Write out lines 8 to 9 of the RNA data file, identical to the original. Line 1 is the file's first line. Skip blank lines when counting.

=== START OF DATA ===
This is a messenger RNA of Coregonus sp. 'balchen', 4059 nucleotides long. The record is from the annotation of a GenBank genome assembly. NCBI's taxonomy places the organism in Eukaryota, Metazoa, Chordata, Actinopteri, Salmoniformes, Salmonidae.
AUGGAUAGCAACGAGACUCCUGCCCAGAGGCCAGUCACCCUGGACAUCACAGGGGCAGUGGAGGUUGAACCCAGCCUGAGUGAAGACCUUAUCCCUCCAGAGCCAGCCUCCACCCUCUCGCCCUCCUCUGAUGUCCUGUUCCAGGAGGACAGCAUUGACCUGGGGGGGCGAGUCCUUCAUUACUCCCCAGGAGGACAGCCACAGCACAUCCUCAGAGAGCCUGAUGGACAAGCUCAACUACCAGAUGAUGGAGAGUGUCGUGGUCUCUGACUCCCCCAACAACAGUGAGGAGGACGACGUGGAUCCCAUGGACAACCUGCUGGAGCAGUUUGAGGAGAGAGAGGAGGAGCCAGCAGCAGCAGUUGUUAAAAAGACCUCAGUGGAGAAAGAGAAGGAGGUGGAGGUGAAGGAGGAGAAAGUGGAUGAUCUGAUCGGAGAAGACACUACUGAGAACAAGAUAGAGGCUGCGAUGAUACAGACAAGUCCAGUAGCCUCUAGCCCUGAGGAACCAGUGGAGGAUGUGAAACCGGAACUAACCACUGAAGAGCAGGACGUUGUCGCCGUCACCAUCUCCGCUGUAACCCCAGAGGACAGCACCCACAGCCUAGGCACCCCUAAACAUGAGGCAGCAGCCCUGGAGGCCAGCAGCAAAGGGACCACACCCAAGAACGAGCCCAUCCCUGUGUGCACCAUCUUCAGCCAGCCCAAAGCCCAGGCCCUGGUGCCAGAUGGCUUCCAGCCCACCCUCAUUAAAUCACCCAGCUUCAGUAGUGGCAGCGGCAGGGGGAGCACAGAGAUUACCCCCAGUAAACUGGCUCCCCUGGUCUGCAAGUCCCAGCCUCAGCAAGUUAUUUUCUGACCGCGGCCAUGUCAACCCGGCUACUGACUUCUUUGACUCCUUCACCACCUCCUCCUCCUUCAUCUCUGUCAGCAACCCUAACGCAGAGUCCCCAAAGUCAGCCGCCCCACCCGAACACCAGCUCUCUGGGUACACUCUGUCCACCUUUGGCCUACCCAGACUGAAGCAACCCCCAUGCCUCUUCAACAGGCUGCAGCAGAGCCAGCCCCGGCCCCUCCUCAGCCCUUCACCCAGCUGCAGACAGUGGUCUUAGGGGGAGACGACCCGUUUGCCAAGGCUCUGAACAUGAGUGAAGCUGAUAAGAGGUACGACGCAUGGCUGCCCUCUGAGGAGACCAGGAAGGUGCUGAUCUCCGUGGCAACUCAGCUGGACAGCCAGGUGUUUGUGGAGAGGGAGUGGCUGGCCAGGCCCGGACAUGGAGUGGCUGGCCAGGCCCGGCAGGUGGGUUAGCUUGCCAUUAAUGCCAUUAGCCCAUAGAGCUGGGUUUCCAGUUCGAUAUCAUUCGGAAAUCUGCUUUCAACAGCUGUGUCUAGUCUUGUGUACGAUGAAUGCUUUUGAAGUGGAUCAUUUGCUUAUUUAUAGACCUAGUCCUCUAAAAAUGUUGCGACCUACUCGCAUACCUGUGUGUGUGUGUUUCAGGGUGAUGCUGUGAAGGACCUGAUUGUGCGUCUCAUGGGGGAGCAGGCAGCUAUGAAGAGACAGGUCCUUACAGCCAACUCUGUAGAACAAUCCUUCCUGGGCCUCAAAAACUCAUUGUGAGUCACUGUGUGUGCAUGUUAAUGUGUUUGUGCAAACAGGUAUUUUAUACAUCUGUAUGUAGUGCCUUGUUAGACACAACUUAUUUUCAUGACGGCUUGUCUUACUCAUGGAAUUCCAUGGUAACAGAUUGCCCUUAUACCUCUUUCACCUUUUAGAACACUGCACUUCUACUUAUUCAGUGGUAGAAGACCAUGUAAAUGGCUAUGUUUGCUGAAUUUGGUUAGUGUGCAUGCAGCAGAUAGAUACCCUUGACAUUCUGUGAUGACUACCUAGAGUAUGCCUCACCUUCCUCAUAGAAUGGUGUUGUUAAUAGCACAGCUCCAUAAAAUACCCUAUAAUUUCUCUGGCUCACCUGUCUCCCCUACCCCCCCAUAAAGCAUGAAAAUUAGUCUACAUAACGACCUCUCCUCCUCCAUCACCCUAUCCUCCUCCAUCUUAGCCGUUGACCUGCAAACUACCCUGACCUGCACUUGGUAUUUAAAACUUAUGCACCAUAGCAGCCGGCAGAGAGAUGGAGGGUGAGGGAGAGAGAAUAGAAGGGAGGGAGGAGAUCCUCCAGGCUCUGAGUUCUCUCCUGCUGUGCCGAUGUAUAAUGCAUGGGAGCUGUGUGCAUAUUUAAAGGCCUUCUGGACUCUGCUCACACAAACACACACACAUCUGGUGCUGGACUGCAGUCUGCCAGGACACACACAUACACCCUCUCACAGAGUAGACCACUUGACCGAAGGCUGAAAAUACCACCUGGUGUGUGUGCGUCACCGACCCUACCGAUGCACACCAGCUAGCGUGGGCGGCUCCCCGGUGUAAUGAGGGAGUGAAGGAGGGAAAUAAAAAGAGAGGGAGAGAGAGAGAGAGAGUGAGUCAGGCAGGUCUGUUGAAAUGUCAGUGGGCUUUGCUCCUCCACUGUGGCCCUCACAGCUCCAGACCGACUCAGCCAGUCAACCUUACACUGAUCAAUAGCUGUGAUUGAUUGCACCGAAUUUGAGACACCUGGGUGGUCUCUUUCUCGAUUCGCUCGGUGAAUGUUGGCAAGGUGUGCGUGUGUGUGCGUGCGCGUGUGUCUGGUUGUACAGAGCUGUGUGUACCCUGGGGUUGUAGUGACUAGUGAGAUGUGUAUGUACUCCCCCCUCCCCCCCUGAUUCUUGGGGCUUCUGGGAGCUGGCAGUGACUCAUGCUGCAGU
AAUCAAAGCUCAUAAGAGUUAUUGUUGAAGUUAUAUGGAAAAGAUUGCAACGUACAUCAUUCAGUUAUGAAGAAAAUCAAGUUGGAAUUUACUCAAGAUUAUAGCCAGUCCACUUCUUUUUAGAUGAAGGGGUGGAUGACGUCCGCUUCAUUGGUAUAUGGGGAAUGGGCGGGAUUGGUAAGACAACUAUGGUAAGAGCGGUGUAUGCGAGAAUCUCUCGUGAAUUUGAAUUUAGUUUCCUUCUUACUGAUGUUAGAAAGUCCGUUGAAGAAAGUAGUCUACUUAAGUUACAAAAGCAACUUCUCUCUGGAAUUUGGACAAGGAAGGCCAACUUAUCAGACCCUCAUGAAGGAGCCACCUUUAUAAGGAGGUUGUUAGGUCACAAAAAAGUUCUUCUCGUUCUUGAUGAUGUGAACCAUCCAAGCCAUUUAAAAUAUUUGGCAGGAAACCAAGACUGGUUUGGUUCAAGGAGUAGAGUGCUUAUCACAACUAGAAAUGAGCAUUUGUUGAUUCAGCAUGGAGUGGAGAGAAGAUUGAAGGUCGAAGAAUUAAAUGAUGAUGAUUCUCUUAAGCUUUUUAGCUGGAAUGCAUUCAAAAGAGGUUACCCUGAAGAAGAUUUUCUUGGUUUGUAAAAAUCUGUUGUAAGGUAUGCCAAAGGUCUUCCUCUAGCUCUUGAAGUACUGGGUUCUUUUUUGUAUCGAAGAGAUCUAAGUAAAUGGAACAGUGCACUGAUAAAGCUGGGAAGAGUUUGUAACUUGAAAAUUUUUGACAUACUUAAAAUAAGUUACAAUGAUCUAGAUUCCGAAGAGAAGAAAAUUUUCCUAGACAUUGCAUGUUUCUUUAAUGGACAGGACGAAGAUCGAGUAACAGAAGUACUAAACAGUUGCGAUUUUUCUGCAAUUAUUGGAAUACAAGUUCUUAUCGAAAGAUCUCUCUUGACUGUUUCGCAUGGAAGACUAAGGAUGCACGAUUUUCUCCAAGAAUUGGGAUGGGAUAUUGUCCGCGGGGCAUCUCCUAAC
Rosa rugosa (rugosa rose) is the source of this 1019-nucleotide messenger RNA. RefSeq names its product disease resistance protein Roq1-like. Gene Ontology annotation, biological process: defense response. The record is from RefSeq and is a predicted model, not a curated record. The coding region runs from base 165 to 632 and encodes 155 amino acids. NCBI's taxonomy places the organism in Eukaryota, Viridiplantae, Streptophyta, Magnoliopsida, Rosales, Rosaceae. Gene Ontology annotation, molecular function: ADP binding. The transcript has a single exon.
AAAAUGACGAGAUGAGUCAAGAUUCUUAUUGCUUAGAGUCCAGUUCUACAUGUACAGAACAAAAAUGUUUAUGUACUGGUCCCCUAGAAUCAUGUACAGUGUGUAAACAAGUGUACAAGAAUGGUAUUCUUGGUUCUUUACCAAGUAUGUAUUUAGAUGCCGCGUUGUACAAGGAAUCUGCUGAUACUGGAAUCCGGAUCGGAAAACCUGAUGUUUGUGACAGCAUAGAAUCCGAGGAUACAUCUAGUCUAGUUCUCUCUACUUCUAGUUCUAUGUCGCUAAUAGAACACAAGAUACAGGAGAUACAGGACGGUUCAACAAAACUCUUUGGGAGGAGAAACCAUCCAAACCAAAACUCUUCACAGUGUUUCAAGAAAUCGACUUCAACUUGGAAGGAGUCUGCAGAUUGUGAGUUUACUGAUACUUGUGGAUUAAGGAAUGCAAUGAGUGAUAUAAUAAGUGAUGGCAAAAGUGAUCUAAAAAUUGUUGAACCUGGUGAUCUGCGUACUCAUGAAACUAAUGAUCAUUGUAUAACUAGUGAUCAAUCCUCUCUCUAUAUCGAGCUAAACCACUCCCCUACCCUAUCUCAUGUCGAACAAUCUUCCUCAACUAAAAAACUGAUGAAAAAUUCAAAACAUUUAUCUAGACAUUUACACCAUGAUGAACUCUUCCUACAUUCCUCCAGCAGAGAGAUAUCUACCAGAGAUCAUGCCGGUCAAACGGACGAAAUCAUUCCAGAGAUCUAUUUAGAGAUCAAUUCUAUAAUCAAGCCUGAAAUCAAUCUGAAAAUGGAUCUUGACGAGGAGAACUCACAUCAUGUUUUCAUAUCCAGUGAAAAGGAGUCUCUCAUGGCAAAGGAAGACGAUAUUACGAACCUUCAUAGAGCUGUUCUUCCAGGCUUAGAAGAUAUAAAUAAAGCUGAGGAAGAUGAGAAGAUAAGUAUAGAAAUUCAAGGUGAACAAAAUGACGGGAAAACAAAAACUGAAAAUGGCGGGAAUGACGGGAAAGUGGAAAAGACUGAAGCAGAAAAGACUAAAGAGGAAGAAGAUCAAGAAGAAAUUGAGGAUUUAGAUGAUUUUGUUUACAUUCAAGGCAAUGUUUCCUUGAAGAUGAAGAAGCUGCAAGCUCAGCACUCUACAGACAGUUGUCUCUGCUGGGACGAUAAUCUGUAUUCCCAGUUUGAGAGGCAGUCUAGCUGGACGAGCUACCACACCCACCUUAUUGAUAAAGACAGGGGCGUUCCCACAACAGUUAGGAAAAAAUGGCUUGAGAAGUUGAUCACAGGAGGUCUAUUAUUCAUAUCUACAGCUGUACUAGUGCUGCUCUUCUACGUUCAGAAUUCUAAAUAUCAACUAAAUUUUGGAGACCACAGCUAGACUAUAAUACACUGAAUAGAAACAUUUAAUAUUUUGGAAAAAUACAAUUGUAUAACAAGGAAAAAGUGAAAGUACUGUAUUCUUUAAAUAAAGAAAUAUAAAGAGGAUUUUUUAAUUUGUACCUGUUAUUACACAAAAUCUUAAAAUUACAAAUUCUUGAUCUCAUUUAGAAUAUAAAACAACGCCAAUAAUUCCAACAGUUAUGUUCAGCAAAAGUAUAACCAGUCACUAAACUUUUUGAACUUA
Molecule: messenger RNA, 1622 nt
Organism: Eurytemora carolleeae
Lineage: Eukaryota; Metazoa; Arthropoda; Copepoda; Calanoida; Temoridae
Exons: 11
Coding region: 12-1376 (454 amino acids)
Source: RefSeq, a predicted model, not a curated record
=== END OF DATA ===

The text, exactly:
Lineage: Eukaryota; Metazoa; Arthropoda; Copepoda; Calanoida; Temoridae
Exons: 11